Wearable Biofuel Cells Could Produce Electricity From Human Sweat
Wearable electronic devices might soon be powered by human sweat, a research team from Tokyo University of Science (TUS) stated in a press release.
Though electronics and biosensors are great tools for health monitoring, relatively short battery times mean that it's difficult to keep them attached to our bodies for long without having to remove them for a recharge.
Now, a team of scientists from Japan says it successfully developed and tested a wearable biofuel cell array that generates electricity from the lactate in human sweat. Their results are published in the Journal of Power Sources.
Wearable biosensors have the potential to revolutionize healthcare by providing doctors with patient data in real-time, allowing them to keep track of important health metrics and enhance patient care.
The tiny devices are generally worn directly on the skin in order to measure specific biosignals that indicate user health.
Though scientists have developed a plethora of flexible materials for electrodes and flexible circuits used for wearable devices, developing innovative methods for powering the machines remains a challenge.
As button batteries typically used in wristwatches are too thick for the smallest devices, researchers have been grappling with a new way to keep wearable biosensors powered.
The team from TUS poses a tantalizing, and slightly icky, question: What if human sweat could make us the power sources?
Human bodily fluids a potential power source for biosensors
Led by Associate Professor Isao Shitanda from Tokyo University of Science, Japan, the team presented a novel biofuel cell array design that uses lactate, a chemical in sweat, to generate just enough electricity to power a biosensor as well as wireless communication devices for a short period of time.
The biofuel cell array looks somewhat like a bandage and can be easily worn on the arm or forearm. It is made out of a water-repellent paper substrate on which biofuel cells are laid out in parallel. Each of these cells contains enzymes in the electrodes that produce an electric current when reacting with lactate.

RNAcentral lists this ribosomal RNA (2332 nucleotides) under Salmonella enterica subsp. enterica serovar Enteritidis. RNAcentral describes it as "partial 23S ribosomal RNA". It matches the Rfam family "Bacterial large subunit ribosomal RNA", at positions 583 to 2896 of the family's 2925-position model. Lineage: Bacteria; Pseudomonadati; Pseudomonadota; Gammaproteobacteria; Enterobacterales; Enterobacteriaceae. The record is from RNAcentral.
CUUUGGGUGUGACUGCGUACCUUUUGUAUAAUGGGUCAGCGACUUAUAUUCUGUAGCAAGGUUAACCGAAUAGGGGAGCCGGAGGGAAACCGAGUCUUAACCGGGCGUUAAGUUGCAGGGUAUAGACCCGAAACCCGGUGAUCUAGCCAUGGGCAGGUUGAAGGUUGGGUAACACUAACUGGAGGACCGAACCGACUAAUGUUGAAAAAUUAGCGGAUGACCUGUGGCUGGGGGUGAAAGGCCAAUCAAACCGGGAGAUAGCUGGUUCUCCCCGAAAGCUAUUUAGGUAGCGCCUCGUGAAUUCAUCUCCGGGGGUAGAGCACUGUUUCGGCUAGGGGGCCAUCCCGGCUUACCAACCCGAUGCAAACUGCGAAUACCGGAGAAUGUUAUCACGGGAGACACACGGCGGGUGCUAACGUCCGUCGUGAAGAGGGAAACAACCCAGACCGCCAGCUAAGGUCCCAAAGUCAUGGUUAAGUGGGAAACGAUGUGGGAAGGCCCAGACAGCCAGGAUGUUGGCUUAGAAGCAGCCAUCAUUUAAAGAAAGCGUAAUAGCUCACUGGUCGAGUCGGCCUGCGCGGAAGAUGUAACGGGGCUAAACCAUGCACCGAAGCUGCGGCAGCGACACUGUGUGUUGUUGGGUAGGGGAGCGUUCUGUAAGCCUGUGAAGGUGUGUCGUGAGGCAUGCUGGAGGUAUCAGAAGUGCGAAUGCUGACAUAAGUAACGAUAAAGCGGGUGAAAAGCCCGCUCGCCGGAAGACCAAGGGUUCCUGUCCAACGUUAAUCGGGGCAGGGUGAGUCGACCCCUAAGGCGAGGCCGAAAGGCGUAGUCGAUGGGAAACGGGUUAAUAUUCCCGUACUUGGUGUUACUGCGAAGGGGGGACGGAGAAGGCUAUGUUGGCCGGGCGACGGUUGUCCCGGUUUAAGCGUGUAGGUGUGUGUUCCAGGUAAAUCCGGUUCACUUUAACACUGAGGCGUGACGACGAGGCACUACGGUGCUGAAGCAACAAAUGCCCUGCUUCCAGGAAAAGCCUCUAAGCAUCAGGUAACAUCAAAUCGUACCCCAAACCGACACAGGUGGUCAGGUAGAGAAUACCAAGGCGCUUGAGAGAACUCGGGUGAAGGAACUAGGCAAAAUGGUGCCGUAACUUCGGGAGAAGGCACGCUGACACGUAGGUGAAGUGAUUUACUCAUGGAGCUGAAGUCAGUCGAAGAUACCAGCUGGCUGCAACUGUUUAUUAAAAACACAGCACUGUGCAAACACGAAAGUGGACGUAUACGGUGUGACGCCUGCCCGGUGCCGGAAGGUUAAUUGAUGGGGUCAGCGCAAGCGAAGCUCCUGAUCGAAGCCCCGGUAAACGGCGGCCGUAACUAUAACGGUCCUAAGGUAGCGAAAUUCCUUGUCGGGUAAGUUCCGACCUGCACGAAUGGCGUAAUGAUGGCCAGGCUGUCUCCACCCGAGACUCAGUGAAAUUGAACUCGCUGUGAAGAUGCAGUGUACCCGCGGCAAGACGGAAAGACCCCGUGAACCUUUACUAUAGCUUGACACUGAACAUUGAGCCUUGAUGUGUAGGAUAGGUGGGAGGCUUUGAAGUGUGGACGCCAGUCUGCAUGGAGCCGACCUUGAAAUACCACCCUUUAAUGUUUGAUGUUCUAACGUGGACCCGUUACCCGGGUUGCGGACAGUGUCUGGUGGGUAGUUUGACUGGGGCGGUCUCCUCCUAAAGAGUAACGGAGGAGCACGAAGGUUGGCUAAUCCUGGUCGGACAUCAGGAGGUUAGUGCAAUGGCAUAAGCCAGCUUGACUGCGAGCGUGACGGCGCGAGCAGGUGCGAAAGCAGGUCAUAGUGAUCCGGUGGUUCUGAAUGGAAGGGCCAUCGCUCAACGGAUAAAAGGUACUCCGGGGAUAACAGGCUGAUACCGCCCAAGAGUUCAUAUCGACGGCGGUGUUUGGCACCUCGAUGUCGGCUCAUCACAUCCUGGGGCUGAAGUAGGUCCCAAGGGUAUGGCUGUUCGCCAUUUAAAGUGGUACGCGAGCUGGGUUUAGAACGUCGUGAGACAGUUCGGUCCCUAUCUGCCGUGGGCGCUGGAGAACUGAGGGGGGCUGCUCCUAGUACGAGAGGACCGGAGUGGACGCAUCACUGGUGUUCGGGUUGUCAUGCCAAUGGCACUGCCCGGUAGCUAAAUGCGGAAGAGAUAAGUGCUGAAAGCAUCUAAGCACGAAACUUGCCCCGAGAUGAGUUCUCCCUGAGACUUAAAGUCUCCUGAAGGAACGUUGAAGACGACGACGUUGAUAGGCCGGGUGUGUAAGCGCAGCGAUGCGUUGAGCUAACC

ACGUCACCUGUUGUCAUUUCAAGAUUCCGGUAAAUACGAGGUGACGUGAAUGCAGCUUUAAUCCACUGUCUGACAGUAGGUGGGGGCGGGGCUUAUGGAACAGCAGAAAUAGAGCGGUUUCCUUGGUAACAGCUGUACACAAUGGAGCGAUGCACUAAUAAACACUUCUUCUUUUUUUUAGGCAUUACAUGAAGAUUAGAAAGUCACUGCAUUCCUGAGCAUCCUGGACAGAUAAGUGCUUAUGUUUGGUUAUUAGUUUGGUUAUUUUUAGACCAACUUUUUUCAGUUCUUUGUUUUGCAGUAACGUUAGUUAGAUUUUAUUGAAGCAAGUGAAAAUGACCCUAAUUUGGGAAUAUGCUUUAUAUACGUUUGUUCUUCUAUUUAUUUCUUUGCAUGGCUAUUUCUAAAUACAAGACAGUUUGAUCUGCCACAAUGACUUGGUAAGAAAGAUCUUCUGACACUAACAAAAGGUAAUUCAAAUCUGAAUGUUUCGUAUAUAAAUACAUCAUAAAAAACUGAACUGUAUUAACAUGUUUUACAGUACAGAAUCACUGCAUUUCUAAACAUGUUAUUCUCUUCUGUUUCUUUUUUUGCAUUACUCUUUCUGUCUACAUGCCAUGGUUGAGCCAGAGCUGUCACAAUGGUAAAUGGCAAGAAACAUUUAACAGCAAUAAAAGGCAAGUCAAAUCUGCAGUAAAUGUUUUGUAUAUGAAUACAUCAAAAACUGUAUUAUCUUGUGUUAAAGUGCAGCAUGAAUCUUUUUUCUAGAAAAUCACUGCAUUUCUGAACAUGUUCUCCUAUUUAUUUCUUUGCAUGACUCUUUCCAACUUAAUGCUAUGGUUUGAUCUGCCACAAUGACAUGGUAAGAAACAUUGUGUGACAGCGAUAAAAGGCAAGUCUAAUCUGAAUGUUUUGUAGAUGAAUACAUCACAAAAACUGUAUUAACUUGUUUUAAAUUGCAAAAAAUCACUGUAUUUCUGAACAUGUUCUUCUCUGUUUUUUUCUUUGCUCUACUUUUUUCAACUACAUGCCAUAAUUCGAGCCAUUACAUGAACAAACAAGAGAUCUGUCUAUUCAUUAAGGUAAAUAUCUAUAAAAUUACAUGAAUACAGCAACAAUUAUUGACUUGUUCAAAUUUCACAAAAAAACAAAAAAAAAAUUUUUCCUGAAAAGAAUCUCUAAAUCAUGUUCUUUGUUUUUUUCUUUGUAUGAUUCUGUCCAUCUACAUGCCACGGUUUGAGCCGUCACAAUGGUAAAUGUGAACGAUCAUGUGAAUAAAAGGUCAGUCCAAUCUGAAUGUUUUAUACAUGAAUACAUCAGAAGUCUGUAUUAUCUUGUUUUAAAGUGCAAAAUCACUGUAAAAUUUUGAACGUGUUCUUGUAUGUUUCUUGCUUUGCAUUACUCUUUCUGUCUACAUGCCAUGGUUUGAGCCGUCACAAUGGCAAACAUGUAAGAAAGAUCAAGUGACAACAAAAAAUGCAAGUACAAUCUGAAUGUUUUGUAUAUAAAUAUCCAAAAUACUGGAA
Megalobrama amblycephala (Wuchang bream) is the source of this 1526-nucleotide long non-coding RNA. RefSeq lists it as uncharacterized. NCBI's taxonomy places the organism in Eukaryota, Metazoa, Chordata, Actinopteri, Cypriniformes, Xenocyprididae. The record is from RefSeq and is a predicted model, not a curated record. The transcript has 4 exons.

Paper layers are used to collect the wearer's sweat and transport it to the cells via the capillary effect — the same effect that sees water travel quickly through the paper when it comes in contact with a wet surface.
"In our experiments, our paper-based biofuel cells could generate a voltage of 3.66 V and an output power of 4.3 mW. To the best of our knowledge, this power is significantly higher than that of previously reported lactate biofuel cells," Dr. Shitanda explained.
This actually isn't the first lactate-based biofuel cell — researchers from Binghamton University Electrical and Computer Engineering school developed a prototype for a stretching battery that converts human sweat into electricity in 2017.
However, the researchers say their new model stands out compared to previous lactate-based biofuel cells as their porous carbon ink design can be fabricated via screen printing, meaning it may well be viable for mass production.
Alongside new developments such as MIT CSAIL's smart clothing that tracks wearer movement and smart underwear from the textile company, Myant, we may be on course for a future where our bodies signals are constantly tracked and powered via bodily fluids.